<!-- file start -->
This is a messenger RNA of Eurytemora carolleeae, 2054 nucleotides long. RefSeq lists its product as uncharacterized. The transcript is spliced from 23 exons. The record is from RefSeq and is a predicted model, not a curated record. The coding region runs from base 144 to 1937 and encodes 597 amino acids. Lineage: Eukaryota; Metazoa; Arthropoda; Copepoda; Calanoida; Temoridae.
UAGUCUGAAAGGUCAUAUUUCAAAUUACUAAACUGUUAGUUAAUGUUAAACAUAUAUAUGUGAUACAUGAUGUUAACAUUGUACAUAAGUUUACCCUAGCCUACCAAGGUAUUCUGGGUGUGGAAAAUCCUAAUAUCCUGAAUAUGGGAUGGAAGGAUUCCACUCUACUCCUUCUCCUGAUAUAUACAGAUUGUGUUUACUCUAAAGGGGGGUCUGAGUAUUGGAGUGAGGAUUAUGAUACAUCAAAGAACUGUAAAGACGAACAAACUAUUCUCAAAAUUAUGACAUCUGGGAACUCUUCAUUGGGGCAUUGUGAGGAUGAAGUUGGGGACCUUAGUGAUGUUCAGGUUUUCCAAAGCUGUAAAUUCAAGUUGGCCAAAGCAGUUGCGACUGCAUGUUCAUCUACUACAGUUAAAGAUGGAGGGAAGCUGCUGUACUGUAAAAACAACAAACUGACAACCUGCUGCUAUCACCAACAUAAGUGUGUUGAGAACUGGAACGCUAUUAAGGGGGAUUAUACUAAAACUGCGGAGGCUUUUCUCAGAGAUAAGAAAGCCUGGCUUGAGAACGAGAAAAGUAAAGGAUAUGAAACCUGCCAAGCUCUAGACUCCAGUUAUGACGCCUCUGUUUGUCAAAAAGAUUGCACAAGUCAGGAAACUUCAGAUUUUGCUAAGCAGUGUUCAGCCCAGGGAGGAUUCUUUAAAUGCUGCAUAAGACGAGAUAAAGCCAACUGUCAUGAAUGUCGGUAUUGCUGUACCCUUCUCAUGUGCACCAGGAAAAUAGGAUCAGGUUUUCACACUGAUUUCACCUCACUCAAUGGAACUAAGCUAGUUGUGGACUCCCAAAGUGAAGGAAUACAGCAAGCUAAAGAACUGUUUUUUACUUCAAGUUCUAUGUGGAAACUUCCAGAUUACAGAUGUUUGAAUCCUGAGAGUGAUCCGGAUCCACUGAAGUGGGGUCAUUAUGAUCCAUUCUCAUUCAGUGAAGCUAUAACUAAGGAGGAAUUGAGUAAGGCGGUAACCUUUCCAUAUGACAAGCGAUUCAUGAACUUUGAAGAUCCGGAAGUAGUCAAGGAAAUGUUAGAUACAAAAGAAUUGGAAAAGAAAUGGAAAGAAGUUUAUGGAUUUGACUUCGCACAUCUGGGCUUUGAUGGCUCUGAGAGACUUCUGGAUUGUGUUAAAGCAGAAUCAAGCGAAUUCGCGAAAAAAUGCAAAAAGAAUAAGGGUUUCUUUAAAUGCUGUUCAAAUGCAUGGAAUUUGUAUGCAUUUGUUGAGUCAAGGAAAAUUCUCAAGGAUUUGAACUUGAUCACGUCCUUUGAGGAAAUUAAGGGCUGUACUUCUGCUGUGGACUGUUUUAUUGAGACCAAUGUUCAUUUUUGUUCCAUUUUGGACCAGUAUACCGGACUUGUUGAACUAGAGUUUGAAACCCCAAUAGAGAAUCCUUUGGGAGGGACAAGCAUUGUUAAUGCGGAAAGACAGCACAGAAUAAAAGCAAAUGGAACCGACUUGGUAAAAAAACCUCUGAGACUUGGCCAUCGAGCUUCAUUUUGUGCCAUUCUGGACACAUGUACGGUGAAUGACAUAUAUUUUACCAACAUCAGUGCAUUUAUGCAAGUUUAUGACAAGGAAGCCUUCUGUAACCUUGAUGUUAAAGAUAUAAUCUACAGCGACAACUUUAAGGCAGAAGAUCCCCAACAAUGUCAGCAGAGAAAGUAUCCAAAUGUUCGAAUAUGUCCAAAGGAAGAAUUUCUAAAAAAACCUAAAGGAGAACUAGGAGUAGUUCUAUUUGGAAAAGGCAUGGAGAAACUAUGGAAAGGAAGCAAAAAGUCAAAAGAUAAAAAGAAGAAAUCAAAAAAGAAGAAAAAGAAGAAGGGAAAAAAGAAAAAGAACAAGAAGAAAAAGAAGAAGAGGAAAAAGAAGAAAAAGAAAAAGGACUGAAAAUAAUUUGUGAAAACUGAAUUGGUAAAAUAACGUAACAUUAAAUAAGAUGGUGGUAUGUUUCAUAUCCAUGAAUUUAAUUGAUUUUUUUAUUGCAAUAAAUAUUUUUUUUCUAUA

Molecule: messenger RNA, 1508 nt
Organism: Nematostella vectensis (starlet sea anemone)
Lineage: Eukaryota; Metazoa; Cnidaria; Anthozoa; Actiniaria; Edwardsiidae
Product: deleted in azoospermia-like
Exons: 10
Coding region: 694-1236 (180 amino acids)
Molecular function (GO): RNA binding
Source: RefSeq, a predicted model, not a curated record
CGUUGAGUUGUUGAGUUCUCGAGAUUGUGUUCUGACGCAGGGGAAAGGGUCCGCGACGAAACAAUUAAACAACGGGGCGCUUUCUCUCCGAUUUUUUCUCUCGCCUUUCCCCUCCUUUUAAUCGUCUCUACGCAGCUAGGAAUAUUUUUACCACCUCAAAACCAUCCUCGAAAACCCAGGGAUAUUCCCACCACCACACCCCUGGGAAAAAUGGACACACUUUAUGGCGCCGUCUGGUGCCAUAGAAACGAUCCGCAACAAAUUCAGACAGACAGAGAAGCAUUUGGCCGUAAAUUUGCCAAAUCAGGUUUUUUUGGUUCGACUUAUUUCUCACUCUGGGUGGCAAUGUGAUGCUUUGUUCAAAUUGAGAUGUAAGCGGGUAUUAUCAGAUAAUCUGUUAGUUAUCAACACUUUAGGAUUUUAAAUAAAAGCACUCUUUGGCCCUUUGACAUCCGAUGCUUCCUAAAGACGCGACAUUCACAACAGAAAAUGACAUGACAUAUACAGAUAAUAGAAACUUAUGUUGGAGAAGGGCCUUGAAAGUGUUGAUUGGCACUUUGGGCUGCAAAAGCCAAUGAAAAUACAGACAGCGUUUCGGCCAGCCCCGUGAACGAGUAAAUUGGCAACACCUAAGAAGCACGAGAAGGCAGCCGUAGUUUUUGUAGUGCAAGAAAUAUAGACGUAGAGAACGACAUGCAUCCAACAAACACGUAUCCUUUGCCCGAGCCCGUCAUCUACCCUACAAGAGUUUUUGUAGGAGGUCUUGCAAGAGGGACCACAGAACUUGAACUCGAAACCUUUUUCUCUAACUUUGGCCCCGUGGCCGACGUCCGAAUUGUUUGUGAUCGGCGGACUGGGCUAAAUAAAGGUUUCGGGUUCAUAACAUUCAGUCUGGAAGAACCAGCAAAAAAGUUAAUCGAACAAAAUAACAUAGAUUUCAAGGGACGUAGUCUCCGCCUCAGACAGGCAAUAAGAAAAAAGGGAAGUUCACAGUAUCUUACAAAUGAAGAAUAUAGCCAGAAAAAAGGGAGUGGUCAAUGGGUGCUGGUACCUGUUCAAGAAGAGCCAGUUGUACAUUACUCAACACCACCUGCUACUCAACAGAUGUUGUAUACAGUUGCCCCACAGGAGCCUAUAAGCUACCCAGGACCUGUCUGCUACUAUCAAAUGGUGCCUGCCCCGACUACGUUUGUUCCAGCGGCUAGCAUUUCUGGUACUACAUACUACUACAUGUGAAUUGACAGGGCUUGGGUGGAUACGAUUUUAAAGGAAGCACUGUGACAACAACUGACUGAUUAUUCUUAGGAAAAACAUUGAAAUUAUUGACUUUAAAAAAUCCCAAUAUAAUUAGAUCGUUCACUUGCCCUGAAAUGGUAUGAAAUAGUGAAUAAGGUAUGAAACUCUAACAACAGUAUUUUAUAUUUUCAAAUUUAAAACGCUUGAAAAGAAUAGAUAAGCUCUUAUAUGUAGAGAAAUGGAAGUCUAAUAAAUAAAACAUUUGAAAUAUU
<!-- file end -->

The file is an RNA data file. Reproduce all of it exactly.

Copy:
This is a messenger RNA of Eurytemora carolleeae, 2054 nucleotides long. RefSeq lists its product as uncharacterized. The transcript is spliced from 23 exons. The record is from RefSeq and is a predicted model, not a curated record. The coding region runs from base 144 to 1937 and encodes 597 amino acids. Lineage: Eukaryota; Metazoa; Arthropoda; Copepoda; Calanoida; Temoridae.
UAGUCUGAAAGGUCAUAUUUCAAAUUACUAAACUGUUAGUUAAUGUUAAACAUAUAUAUGUGAUACAUGAUGUUAACAUUGUACAUAAGUUUACCCUAGCCUACCAAGGUAUUCUGGGUGUGGAAAAUCCUAAUAUCCUGAAUAUGGGAUGGAAGGAUUCCACUCUACUCCUUCUCCUGAUAUAUACAGAUUGUGUUUACUCUAAAGGGGGGUCUGAGUAUUGGAGUGAGGAUUAUGAUACAUCAAAGAACUGUAAAGACGAACAAACUAUUCUCAAAAUUAUGACAUCUGGGAACUCUUCAUUGGGGCAUUGUGAGGAUGAAGUUGGGGACCUUAGUGAUGUUCAGGUUUUCCAAAGCUGUAAAUUCAAGUUGGCCAAAGCAGUUGCGACUGCAUGUUCAUCUACUACAGUUAAAGAUGGAGGGAAGCUGCUGUACUGUAAAAACAACAAACUGACAACCUGCUGCUAUCACCAACAUAAGUGUGUUGAGAACUGGAACGCUAUUAAGGGGGAUUAUACUAAAACUGCGGAGGCUUUUCUCAGAGAUAAGAAAGCCUGGCUUGAGAACGAGAAAAGUAAAGGAUAUGAAACCUGCCAAGCUCUAGACUCCAGUUAUGACGCCUCUGUUUGUCAAAAAGAUUGCACAAGUCAGGAAACUUCAGAUUUUGCUAAGCAGUGUUCAGCCCAGGGAGGAUUCUUUAAAUGCUGCAUAAGACGAGAUAAAGCCAACUGUCAUGAAUGUCGGUAUUGCUGUACCCUUCUCAUGUGCACCAGGAAAAUAGGAUCAGGUUUUCACACUGAUUUCACCUCACUCAAUGGAACUAAGCUAGUUGUGGACUCCCAAAGUGAAGGAAUACAGCAAGCUAAAGAACUGUUUUUUACUUCAAGUUCUAUGUGGAAACUUCCAGAUUACAGAUGUUUGAAUCCUGAGAGUGAUCCGGAUCCACUGAAGUGGGGUCAUUAUGAUCCAUUCUCAUUCAGUGAAGCUAUAACUAAGGAGGAAUUGAGUAAGGCGGUAACCUUUCCAUAUGACAAGCGAUUCAUGAACUUUGAAGAUCCGGAAGUAGUCAAGGAAAUGUUAGAUACAAAAGAAUUGGAAAAGAAAUGGAAAGAAGUUUAUGGAUUUGACUUCGCACAUCUGGGCUUUGAUGGCUCUGAGAGACUUCUGGAUUGUGUUAAAGCAGAAUCAAGCGAAUUCGCGAAAAAAUGCAAAAAGAAUAAGGGUUUCUUUAAAUGCUGUUCAAAUGCAUGGAAUUUGUAUGCAUUUGUUGAGUCAAGGAAAAUUCUCAAGGAUUUGAACUUGAUCACGUCCUUUGAGGAAAUUAAGGGCUGUACUUCUGCUGUGGACUGUUUUAUUGAGACCAAUGUUCAUUUUUGUUCCAUUUUGGACCAGUAUACCGGACUUGUUGAACUAGAGUUUGAAACCCCAAUAGAGAAUCCUUUGGGAGGGACAAGCAUUGUUAAUGCGGAAAGACAGCACAGAAUAAAAGCAAAUGGAACCGACUUGGUAAAAAAACCUCUGAGACUUGGCCAUCGAGCUUCAUUUUGUGCCAUUCUGGACACAUGUACGGUGAAUGACAUAUAUUUUACCAACAUCAGUGCAUUUAUGCAAGUUUAUGACAAGGAAGCCUUCUGUAACCUUGAUGUUAAAGAUAUAAUCUACAGCGACAACUUUAAGGCAGAAGAUCCCCAACAAUGUCAGCAGAGAAAGUAUCCAAAUGUUCGAAUAUGUCCAAAGGAAGAAUUUCUAAAAAAACCUAAAGGAGAACUAGGAGUAGUUCUAUUUGGAAAAGGCAUGGAGAAACUAUGGAAAGGAAGCAAAAAGUCAAAAGAUAAAAAGAAGAAAUCAAAAAAGAAGAAAAAGAAGAAGGGAAAAAAGAAAAAGAACAAGAAGAAAAAGAAGAAGAGGAAAAAGAAGAAAAAGAAAAAGGACUGAAAAUAAUUUGUGAAAACUGAAUUGGUAAAAUAACGUAACAUUAAAUAAGAUGGUGGUAUGUUUCAUAUCCAUGAAUUUAAUUGAUUUUUUUAUUGCAAUAAAUAUUUUUUUUCUAUA

Molecule: messenger RNA, 1508 nt
Organism: Nematostella vectensis (starlet sea anemone)
Lineage: Eukaryota; Metazoa; Cnidaria; Anthozoa; Actiniaria; Edwardsiidae
Product: deleted in azoospermia-like
Exons: 10
Coding region: 694-1236 (180 amino acids)
Molecular function (GO): RNA binding
Source: RefSeq, a predicted model, not a curated record
CGUUGAGUUGUUGAGUUCUCGAGAUUGUGUUCUGACGCAGGGGAAAGGGUCCGCGACGAAACAAUUAAACAACGGGGCGCUUUCUCUCCGAUUUUUUCUCUCGCCUUUCCCCUCCUUUUAAUCGUCUCUACGCAGCUAGGAAUAUUUUUACCACCUCAAAACCAUCCUCGAAAACCCAGGGAUAUUCCCACCACCACACCCCUGGGAAAAAUGGACACACUUUAUGGCGCCGUCUGGUGCCAUAGAAACGAUCCGCAACAAAUUCAGACAGACAGAGAAGCAUUUGGCCGUAAAUUUGCCAAAUCAGGUUUUUUUGGUUCGACUUAUUUCUCACUCUGGGUGGCAAUGUGAUGCUUUGUUCAAAUUGAGAUGUAAGCGGGUAUUAUCAGAUAAUCUGUUAGUUAUCAACACUUUAGGAUUUUAAAUAAAAGCACUCUUUGGCCCUUUGACAUCCGAUGCUUCCUAAAGACGCGACAUUCACAACAGAAAAUGACAUGACAUAUACAGAUAAUAGAAACUUAUGUUGGAGAAGGGCCUUGAAAGUGUUGAUUGGCACUUUGGGCUGCAAAAGCCAAUGAAAAUACAGACAGCGUUUCGGCCAGCCCCGUGAACGAGUAAAUUGGCAACACCUAAGAAGCACGAGAAGGCAGCCGUAGUUUUUGUAGUGCAAGAAAUAUAGACGUAGAGAACGACAUGCAUCCAACAAACACGUAUCCUUUGCCCGAGCCCGUCAUCUACCCUACAAGAGUUUUUGUAGGAGGUCUUGCAAGAGGGACCACAGAACUUGAACUCGAAACCUUUUUCUCUAACUUUGGCCCCGUGGCCGACGUCCGAAUUGUUUGUGAUCGGCGGACUGGGCUAAAUAAAGGUUUCGGGUUCAUAACAUUCAGUCUGGAAGAACCAGCAAAAAAGUUAAUCGAACAAAAUAACAUAGAUUUCAAGGGACGUAGUCUCCGCCUCAGACAGGCAAUAAGAAAAAAGGGAAGUUCACAGUAUCUUACAAAUGAAGAAUAUAGCCAGAAAAAAGGGAGUGGUCAAUGGGUGCUGGUACCUGUUCAAGAAGAGCCAGUUGUACAUUACUCAACACCACCUGCUACUCAACAGAUGUUGUAUACAGUUGCCCCACAGGAGCCUAUAAGCUACCCAGGACCUGUCUGCUACUAUCAAAUGGUGCCUGCCCCGACUACGUUUGUUCCAGCGGCUAGCAUUUCUGGUACUACAUACUACUACAUGUGAAUUGACAGGGCUUGGGUGGAUACGAUUUUAAAGGAAGCACUGUGACAACAACUGACUGAUUAUUCUUAGGAAAAACAUUGAAAUUAUUGACUUUAAAAAAUCCCAAUAUAAUUAGAUCGUUCACUUGCCCUGAAAUGGUAUGAAAUAGUGAAUAAGGUAUGAAACUCUAACAACAGUAUUUUAUAUUUUCAAAUUUAAAACGCUUGAAAAGAAUAGAUAAGCUCUUAUAUGUAGAGAAAUGGAAGUCUAAUAAAUAAAACAUUUGAAAUAUU